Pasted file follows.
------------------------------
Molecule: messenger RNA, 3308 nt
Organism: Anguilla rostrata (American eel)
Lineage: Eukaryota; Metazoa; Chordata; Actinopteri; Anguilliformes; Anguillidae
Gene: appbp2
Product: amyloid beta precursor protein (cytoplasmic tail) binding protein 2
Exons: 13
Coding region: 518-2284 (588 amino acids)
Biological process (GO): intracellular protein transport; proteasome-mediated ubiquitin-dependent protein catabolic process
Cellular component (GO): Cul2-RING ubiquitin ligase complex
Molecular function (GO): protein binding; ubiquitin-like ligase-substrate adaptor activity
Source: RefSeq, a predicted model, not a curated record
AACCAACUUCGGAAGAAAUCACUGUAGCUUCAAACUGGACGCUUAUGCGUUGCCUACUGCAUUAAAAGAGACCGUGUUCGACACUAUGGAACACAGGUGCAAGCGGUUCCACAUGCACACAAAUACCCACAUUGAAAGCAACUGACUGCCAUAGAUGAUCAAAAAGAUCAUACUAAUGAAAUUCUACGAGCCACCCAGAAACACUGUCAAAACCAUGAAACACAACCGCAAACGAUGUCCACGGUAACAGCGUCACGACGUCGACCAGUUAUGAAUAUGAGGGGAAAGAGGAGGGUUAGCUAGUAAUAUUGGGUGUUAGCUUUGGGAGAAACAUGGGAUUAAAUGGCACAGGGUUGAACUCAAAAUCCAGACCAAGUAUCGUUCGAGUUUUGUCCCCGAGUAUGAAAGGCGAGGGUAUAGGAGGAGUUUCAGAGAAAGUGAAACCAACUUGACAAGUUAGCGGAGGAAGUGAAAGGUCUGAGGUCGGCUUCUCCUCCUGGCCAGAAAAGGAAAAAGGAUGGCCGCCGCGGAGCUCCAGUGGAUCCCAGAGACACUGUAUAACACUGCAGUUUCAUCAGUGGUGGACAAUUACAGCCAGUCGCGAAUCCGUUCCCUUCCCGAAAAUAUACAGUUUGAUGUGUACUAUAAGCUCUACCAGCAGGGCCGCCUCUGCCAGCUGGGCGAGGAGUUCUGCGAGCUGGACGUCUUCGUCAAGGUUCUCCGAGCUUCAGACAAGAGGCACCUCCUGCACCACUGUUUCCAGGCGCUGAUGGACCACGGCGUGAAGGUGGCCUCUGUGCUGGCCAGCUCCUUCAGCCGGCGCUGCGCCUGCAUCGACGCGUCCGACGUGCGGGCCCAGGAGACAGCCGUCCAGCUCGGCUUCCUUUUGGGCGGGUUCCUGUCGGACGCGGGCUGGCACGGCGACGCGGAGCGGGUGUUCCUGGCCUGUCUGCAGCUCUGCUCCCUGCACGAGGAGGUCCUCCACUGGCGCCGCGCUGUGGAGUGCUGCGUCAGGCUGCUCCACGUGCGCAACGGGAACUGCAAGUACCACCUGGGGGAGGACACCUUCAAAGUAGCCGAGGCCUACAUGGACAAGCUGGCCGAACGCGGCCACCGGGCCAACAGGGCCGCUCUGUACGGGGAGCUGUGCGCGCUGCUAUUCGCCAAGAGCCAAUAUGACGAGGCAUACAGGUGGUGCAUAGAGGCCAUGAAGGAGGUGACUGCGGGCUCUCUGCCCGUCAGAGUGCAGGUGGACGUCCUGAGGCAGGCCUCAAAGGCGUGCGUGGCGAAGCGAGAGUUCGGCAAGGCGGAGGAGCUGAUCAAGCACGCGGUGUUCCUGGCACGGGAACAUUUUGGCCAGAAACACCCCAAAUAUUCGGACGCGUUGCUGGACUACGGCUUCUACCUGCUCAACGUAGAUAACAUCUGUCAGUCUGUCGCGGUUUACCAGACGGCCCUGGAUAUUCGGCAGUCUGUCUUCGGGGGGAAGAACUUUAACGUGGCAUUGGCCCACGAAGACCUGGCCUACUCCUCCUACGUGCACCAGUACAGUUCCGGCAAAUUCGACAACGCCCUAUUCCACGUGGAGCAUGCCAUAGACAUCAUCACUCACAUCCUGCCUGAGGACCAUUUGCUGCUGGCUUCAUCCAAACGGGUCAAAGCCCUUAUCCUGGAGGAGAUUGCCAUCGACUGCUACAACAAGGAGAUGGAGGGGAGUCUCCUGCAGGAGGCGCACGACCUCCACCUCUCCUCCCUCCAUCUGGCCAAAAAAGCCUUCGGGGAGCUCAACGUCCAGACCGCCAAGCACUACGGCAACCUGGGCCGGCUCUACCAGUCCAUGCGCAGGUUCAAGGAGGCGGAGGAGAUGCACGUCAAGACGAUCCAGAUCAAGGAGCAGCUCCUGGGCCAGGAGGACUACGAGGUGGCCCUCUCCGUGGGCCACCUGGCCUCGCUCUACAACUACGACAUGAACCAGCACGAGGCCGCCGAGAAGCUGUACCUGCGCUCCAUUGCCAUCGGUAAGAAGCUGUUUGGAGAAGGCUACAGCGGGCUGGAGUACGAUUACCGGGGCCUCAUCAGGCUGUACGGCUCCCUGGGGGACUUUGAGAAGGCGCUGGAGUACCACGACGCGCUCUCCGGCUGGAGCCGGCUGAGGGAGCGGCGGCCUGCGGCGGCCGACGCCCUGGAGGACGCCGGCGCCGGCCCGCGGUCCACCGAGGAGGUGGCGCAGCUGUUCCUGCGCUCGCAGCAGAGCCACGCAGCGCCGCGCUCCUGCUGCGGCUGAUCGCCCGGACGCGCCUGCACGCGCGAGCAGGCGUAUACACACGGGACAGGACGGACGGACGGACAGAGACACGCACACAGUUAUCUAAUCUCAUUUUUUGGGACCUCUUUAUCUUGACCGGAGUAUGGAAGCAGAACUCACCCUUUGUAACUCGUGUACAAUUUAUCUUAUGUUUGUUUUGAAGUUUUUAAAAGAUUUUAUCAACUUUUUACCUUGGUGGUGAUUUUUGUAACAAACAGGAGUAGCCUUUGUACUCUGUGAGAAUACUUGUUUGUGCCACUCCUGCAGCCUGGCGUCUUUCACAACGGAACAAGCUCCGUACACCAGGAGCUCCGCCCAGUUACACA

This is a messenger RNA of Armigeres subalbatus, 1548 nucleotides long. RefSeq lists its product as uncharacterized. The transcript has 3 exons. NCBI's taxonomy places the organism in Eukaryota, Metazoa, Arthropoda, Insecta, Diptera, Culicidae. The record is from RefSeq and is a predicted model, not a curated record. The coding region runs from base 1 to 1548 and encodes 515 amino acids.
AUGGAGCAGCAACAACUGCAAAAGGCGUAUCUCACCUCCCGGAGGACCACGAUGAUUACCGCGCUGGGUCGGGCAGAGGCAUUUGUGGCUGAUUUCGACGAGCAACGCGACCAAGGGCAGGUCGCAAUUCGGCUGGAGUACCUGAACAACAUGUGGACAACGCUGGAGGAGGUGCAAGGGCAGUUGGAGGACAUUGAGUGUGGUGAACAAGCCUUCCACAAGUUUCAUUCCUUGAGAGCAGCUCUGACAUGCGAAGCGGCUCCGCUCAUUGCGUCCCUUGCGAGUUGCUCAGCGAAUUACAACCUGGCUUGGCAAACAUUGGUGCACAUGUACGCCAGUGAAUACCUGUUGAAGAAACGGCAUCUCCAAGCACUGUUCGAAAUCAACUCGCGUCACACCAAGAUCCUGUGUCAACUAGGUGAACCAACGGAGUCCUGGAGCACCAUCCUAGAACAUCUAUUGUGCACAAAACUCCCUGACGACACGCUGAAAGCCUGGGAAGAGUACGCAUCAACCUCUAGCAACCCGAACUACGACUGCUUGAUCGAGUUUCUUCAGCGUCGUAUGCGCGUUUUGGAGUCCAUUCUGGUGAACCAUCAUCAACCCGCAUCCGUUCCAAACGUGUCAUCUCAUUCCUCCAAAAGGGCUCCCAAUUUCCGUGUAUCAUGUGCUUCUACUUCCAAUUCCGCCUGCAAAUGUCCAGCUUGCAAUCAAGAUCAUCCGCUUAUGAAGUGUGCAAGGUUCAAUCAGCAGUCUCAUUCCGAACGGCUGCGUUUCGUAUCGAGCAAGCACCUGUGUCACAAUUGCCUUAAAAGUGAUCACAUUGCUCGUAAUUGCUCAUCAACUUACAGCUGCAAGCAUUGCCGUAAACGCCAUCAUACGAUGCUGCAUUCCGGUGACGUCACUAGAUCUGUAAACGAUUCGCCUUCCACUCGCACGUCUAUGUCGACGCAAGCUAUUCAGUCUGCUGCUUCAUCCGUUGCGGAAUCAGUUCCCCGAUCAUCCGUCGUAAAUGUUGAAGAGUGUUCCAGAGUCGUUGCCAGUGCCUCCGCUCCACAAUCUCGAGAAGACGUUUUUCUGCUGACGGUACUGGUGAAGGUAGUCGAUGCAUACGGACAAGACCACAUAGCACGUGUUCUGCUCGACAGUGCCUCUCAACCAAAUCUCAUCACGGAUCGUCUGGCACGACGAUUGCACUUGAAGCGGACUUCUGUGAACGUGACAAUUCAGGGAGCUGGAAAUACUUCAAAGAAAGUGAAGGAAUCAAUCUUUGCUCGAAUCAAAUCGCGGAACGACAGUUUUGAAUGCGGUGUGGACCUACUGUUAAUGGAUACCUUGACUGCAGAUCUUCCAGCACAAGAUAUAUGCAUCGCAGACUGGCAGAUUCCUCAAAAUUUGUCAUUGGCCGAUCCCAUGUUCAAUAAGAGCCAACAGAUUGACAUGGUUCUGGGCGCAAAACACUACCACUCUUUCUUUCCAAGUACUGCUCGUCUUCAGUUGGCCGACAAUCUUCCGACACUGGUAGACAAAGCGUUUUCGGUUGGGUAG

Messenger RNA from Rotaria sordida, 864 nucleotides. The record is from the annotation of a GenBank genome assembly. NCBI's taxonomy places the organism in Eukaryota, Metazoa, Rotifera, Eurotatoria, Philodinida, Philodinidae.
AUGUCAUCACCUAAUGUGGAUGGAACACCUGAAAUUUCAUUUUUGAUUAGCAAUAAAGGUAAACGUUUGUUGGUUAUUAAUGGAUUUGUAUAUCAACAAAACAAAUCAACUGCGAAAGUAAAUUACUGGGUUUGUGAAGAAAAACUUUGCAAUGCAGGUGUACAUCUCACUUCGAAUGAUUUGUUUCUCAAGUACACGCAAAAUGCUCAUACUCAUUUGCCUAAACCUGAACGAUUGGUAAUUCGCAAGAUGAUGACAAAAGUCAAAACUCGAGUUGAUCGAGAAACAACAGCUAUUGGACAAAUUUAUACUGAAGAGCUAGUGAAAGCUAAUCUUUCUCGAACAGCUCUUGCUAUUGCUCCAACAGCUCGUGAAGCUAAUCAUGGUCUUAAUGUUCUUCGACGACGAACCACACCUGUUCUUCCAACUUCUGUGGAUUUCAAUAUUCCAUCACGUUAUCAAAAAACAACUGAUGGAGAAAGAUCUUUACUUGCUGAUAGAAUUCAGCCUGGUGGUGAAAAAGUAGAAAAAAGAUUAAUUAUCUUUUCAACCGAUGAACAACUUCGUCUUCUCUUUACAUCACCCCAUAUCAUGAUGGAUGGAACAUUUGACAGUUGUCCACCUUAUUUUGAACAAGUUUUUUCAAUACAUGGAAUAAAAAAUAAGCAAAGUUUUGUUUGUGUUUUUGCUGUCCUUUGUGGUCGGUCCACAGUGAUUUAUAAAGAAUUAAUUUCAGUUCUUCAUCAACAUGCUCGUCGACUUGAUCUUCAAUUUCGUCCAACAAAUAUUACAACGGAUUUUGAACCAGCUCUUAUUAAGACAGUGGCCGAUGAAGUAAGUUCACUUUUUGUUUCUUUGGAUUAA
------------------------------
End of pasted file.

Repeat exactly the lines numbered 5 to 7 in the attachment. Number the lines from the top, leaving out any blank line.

Product: amyloid beta precursor protein (cytoplasmic tail) binding protein 2
Exons: 13
Coding region: 518-2284 (588 amino acids)